Belizean prime minister Dean Barrow today came to the defence of the Caribbean Court of Justice (CCJ), while taking a shot at naysayers who attempt to cry down the court.
Addressing the swearing in ceremony of new CCJ president Adrian Saunders of St Vincent and the Grenadines, Barrow also questioned the reluctance of Caribbean Community (CARICOM) member countries to make the regional institution their final court of appeal.
It was a direct challenge to his host, Jamaican prime minister Andrew Holness, whose country has refused to adopt the CCJ as its final appellate court, but also to the remaining leaders gathered in Montego Bay, Jamaica for their 39th summit, and who have yet to join the court in its appellate jurisdiction.
Of the 15 countries that are full members of CARICOM, only Barbados, Belize, Dominica and Guyana have made the CCJ their final court of appeal.
“To this day naysayers remain, and even to this day membership of the court’s appellate jurisdiction is less than optimum,” Barrow told the swearing in ceremony, while stating that Saunders’ appointment “underscores the certainty that, growing pains notwithstanding, our CCJ is here to stay and it gives a chance to celebrate the accomplishment and triumphs”.
“Whatever criticisms may still be aimed at the court no one can doubt the breadth of its scholarship and the depth of its reasoning. I say this as one whose administration has suffered several reversals at the court’s hands. I am never the less happy to proclaim my complete confidence in the court,” the Belizean leader added.
When Barbados joined the CCJ in its appellate jurisdiction, Prime Minister Mia Mottley, who today addressed the opening of the CARICOM summit as the region’s newest leader, was part of the then Barbados Labour Party administration led by then Prime Minister Owen Arthur.
Mottley, who immediately following her swearing in on May 25 said the CCJ represented “one of the best examples of Independence” in a court across the entire globe, is a strong supporter of the court.
However, her predecessor, then Prime Minister Freundel Stuart, had shortly before the election, vowed to quit the court if his Democratic Labour Party were re-elected.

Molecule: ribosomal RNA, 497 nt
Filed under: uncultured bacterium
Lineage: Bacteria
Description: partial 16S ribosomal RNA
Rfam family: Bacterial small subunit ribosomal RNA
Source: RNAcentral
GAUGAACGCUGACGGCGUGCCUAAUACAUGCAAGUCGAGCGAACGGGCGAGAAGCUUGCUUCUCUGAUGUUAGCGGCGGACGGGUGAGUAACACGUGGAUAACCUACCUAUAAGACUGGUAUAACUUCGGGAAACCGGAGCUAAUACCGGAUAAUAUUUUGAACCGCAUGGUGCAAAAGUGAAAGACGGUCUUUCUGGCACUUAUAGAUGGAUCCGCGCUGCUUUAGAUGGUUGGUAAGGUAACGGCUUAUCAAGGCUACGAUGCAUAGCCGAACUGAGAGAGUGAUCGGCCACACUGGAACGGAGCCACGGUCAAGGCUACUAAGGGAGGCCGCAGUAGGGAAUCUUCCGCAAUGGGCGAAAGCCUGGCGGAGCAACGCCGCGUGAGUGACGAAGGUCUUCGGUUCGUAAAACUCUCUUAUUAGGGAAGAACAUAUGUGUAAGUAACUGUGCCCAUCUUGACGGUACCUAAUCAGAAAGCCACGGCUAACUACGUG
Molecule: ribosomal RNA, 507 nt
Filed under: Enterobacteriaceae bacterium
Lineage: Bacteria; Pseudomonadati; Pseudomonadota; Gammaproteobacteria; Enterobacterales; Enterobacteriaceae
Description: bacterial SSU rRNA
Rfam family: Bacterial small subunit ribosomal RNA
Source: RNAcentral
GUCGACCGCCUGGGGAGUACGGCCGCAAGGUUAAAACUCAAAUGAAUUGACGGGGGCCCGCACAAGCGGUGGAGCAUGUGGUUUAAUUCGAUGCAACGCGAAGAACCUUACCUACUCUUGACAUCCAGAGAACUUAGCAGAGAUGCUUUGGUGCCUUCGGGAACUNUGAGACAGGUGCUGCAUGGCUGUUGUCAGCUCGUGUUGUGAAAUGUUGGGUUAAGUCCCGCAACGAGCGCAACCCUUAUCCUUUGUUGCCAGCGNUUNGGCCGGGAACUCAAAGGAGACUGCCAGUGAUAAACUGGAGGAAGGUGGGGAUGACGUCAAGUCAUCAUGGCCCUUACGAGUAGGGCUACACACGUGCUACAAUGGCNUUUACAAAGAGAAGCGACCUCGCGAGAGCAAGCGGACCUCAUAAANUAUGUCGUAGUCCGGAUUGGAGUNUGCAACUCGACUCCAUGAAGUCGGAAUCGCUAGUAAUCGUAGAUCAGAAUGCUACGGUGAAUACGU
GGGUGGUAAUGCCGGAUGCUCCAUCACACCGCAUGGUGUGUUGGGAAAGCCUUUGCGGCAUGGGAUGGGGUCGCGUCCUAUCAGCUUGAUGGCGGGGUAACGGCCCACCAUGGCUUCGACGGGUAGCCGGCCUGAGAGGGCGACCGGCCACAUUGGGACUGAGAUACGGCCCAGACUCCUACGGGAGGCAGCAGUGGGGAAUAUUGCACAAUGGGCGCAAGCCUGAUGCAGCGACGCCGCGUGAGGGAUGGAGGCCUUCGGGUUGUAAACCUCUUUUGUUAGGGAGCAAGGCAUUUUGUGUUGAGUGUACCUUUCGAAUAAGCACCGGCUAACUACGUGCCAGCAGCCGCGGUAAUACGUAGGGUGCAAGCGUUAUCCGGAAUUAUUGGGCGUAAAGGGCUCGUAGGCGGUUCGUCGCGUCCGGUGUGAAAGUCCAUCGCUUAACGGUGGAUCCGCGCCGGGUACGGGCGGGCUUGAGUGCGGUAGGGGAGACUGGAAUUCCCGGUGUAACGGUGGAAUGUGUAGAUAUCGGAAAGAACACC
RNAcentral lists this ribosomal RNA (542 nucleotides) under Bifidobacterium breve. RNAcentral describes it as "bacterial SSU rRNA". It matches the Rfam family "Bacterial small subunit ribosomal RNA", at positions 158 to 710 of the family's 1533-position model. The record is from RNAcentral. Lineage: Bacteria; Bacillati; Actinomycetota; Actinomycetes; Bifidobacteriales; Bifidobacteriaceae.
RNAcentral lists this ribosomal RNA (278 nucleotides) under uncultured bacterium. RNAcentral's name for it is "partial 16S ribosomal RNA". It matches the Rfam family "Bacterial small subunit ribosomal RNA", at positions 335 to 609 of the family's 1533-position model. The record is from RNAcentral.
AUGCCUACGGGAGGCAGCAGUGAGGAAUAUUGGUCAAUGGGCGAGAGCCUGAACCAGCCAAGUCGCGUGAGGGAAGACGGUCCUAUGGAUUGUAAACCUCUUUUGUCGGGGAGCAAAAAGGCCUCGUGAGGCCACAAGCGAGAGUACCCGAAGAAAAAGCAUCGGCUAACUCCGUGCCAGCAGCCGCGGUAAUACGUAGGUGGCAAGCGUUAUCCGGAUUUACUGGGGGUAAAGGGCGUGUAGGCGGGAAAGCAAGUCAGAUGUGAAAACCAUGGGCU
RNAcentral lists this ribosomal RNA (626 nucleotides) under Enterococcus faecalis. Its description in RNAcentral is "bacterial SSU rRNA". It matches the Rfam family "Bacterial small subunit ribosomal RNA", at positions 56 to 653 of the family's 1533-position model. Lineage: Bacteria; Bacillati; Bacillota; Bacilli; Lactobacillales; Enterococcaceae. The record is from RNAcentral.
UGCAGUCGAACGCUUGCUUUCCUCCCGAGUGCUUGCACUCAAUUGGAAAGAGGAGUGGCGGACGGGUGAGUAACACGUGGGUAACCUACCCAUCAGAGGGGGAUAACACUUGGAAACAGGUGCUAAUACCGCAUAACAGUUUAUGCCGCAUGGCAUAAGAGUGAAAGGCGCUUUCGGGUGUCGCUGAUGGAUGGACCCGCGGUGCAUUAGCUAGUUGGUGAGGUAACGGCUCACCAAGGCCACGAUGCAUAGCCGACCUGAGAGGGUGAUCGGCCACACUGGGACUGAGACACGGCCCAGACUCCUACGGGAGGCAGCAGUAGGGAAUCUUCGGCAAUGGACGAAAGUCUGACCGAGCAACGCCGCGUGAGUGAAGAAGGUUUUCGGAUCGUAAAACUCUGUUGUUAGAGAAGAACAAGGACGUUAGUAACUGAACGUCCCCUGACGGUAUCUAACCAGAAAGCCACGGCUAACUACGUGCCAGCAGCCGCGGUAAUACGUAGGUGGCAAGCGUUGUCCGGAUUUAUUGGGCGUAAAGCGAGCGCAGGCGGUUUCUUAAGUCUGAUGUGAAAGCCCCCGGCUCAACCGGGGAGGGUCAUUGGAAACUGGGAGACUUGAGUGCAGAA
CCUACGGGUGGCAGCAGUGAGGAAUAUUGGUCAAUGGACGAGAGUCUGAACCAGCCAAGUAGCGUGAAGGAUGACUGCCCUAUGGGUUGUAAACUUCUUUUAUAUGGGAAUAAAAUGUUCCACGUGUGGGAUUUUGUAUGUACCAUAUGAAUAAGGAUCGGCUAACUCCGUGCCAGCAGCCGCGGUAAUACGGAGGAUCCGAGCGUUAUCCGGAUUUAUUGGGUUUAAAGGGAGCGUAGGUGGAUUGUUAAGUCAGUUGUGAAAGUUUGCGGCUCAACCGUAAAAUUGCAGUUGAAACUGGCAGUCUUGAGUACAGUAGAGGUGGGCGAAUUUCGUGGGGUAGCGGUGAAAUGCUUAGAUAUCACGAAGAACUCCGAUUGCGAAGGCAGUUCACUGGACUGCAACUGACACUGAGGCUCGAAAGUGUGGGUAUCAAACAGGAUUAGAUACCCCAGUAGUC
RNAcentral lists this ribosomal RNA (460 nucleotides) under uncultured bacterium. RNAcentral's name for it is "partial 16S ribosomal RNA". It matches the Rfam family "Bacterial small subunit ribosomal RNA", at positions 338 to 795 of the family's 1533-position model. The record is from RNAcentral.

Clearly upset by a number of decision by the CCJ that went against his administration, Stuart described the judges as “politicians wearing robes” who were disrespecting Barbados.
It was not the first time that Stuart had criticized the CCJ, having previously accused the region’s highest court of slandering the island after it issued a series of reprimands on the delays in the criminal justice system here.
Barrow today made no mention of Stuart, but in describing Saunders as a judicious man of towering intellect and refinement and culture, he insisted that regional governments had “no need [to] fear judicial bullying or even discourtesy”.
Meantime Holness, who gave no indication that his country would sign on to the CCJ as its final court of appeal any time soon, spoke of the importance of a properly functioning court to regional integration.
“It is beyond debate that a well functioning Caribbean Court of Justice is vital to creating and maintaining a regional community which works for all its members and for all our peoples,” Holness said as he recalled the highly publicized case involving Jamaican Shanique Myrie, in favour of whom the CCJ ruled back in 2011 and awarded US $38,620 in damages, after she sued the Barbados Government claiming that on March 14, 2011, she was made to undergo a painful and humiliating body cavity search by a Barbadian border official upon her arrival at the Grantley Adams International Airport. She was subsequently deported.
Prior to his ascension to the post of CCJ President, Saunders served as acting Chief Justice of the Eastern Caribbean Supreme Court, before being appointed as a judge of the CCJ in 2005.
Today, he said the region had no good reason to doubt its ability to grasp full responsibility for interpreting and applying its own laws.
“It is remarkable and regrettable that there are still some who have misgivings about the region’s capacity to discharge that responsibility in an efficient and effective manner,” Saunders said.